The National Lottery operator has said it hopes to increase returns for good causes by £80m by 2020, following a £300m fall in recent years.
National Lottery operator Camelot has claimed impending game changes will allow it to increase sales and make small gains in the amount it generates for good causes, but it doesn’t foresee a return to the highs of recent years.
Speaking at a Public Accounts Committee (PAC) inquiry, the operator said it was developing a new ‘annuity’ game and changing its digital offer as part of plans to increase overall sales by £400m by 2020.
It hopes this will generate between £60m and £80m more for good causes over the next two years – but this will do little to make up for the £300m loss experienced in 2016/17.
The operator also dismissed concerns that it is incentivised to promote games that return a larger percentage profit, rather than those that maximise returns to good causes.
The PAC inquiry was convened after a parliamentary investigation found shareholder profits at Camelot had soared by 122% since 2009/10 – when Camelot’s licence was last renewed – while returns to good causes had stagnated at 2%.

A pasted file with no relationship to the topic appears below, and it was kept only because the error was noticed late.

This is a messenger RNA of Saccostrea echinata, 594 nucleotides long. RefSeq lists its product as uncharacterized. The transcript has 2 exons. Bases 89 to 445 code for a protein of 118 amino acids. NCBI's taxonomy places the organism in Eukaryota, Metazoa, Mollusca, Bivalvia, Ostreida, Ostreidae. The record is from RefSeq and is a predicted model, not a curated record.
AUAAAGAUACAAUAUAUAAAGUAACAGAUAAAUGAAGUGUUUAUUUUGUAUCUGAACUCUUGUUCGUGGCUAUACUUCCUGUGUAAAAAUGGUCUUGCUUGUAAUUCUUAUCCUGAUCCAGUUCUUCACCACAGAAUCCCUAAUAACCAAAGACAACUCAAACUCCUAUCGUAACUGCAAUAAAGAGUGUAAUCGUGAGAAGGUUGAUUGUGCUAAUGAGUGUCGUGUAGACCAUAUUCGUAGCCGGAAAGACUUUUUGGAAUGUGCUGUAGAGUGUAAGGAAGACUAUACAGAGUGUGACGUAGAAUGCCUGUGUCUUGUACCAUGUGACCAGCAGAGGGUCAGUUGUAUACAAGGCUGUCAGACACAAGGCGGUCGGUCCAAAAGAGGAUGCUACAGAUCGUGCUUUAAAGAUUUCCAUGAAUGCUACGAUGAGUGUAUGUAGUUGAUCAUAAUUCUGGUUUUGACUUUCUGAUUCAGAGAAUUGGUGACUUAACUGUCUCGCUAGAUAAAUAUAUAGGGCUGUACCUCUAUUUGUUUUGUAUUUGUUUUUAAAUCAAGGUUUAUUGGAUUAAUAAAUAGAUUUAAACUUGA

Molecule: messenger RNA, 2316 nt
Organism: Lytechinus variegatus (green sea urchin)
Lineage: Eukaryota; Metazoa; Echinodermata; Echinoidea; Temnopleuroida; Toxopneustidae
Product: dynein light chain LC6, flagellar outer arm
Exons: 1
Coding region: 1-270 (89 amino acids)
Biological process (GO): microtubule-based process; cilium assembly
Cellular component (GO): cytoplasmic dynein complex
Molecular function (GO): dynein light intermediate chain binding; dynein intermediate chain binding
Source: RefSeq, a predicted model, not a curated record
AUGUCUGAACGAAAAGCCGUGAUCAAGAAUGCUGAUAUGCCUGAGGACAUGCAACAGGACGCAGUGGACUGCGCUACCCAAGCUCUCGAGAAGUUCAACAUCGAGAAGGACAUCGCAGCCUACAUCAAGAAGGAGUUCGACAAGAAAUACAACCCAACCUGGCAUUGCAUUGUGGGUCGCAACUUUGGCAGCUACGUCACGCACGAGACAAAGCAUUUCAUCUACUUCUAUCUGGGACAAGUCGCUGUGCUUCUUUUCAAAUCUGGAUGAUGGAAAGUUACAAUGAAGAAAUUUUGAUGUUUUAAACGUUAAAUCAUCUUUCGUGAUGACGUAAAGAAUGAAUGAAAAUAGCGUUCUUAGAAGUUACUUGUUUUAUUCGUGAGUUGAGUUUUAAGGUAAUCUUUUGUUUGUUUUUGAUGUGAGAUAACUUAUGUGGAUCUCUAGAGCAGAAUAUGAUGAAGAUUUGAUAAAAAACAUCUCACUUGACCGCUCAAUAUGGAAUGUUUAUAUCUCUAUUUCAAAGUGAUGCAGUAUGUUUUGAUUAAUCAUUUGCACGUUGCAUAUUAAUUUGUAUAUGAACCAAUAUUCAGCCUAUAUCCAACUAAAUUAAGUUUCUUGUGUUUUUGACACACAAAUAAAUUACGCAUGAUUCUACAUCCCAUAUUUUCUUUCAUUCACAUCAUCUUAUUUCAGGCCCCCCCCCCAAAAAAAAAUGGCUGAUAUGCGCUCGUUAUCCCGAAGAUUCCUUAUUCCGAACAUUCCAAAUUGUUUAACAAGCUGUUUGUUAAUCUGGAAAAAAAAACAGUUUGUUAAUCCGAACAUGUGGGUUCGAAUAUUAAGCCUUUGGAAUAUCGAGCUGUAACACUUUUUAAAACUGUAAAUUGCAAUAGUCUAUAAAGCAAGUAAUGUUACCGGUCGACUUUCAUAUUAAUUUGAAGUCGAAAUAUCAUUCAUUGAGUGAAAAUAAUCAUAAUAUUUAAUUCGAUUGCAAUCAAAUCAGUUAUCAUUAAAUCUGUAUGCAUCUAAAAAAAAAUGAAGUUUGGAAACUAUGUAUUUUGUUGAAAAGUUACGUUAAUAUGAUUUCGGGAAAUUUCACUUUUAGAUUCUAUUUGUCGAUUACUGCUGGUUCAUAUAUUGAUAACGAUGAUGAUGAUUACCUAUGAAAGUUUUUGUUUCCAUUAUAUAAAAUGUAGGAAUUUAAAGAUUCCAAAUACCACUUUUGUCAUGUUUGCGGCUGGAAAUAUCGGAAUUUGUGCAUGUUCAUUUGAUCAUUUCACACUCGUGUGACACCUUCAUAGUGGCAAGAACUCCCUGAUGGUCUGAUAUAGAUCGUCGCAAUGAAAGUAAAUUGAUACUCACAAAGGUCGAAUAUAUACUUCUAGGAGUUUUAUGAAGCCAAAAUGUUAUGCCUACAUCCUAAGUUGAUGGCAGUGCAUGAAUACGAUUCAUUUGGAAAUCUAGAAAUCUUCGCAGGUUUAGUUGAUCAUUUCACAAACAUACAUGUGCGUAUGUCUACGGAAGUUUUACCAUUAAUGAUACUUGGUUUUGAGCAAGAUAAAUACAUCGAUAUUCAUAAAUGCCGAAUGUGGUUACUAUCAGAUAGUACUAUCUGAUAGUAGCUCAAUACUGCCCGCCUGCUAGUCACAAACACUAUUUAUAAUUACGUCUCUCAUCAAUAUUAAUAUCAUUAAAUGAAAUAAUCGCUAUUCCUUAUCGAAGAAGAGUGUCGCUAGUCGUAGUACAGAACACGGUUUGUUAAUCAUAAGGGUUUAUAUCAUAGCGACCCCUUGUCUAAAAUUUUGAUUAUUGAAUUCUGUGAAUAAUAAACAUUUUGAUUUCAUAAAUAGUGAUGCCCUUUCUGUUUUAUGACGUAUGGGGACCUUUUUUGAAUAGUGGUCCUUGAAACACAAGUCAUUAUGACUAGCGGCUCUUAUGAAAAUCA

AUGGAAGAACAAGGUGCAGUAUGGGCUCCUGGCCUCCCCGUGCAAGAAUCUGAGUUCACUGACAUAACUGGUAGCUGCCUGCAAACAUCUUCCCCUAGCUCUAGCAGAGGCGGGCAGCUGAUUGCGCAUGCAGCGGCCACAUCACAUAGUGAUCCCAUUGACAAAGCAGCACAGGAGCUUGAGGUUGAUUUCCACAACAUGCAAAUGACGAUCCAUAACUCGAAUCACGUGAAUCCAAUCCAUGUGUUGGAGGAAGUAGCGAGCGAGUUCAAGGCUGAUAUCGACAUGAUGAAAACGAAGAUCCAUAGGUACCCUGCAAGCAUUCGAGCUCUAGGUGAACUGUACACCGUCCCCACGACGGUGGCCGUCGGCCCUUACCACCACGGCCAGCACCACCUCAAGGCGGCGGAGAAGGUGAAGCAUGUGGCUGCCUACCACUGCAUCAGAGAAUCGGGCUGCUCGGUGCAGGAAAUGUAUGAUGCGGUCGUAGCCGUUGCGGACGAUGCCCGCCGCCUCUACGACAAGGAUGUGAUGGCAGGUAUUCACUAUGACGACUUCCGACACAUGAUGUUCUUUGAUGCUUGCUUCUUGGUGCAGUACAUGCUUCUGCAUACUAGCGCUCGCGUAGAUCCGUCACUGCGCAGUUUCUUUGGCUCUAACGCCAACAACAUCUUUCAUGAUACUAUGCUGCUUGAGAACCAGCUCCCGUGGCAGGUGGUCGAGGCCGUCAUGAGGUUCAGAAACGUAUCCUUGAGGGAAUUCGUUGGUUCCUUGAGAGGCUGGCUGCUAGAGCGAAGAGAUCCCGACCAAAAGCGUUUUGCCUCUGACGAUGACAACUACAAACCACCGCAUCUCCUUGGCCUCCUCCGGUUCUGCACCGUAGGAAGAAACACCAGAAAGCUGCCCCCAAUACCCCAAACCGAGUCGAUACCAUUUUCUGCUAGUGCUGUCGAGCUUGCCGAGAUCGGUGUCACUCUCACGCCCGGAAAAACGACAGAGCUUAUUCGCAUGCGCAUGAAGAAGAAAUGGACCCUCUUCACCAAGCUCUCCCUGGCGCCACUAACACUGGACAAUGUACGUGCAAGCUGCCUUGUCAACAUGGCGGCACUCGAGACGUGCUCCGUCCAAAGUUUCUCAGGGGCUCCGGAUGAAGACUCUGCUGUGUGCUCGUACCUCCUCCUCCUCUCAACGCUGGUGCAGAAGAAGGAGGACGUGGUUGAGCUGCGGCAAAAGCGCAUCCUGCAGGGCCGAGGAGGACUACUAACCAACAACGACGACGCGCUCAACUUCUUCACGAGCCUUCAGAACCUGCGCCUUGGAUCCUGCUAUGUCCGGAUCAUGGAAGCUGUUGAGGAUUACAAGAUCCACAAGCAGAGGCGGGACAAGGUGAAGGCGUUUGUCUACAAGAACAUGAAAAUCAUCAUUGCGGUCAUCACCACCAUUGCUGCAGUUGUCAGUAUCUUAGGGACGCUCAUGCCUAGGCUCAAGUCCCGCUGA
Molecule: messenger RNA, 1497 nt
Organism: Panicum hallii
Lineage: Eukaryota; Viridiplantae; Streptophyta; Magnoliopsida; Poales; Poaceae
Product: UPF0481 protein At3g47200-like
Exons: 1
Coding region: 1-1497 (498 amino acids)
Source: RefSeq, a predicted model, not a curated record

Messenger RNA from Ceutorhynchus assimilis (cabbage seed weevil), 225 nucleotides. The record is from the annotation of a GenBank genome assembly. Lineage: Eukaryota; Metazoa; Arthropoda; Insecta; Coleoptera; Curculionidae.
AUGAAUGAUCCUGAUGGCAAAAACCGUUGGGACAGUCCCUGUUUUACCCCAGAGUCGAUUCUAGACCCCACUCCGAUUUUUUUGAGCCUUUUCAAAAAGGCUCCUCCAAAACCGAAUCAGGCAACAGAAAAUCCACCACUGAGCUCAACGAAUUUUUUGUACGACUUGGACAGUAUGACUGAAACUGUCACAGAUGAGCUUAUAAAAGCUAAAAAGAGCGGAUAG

Camelot’s soaring profits have been attributed to a “too favourable” renegotiation of its licence in 2012. This allowed Camelot to retain 70% of any cost savings, compared with the previous 20%.
Despite this, the Government’s Gambling Commission has ruled out another renegotiation of Camelot’s licence, which is due to expire in 2023. The PAC has advised the Gambling Commission to instead work with the operator to secure a fair return for good causes when the operator creates or updates lottery games.
Returns to good causes have particularly suffered since 2016/17, when Lottery sales income fell by 8.8%. The slump was most severe in draw-based games, which return a higher proportion of income to good causes than other games, such as scratch cards, and led to a 14.4% fall in returns to the arts – equivalent to £55m.
The PAC criticised the lack of a reopener or break clause in the Lottery operating licence, which means changes must be made in agreement with Camelot. It said the licence is “not flexible enough to protect the interests of good causes as player behaviour changes” and recommended the Commission builds flexibility into future licence agreements.
The PAC report also highlights a lack of support for the distributors of good causes funding, including the UK arts councils, in dealing with the unpredictability of Lottery returns. It calls on the DCMS to start immediately sharing weekly sales data with distributors, and to test the distributors’ modelling of future grant programmes and to intervene if it believes a programme may be unsustainable.
Lottery sales data for the first half of 2017/18 revealed sales were continuing to fall, with a 4.7% drop in the amount returned to good causes. Full data for the year will be released later this month.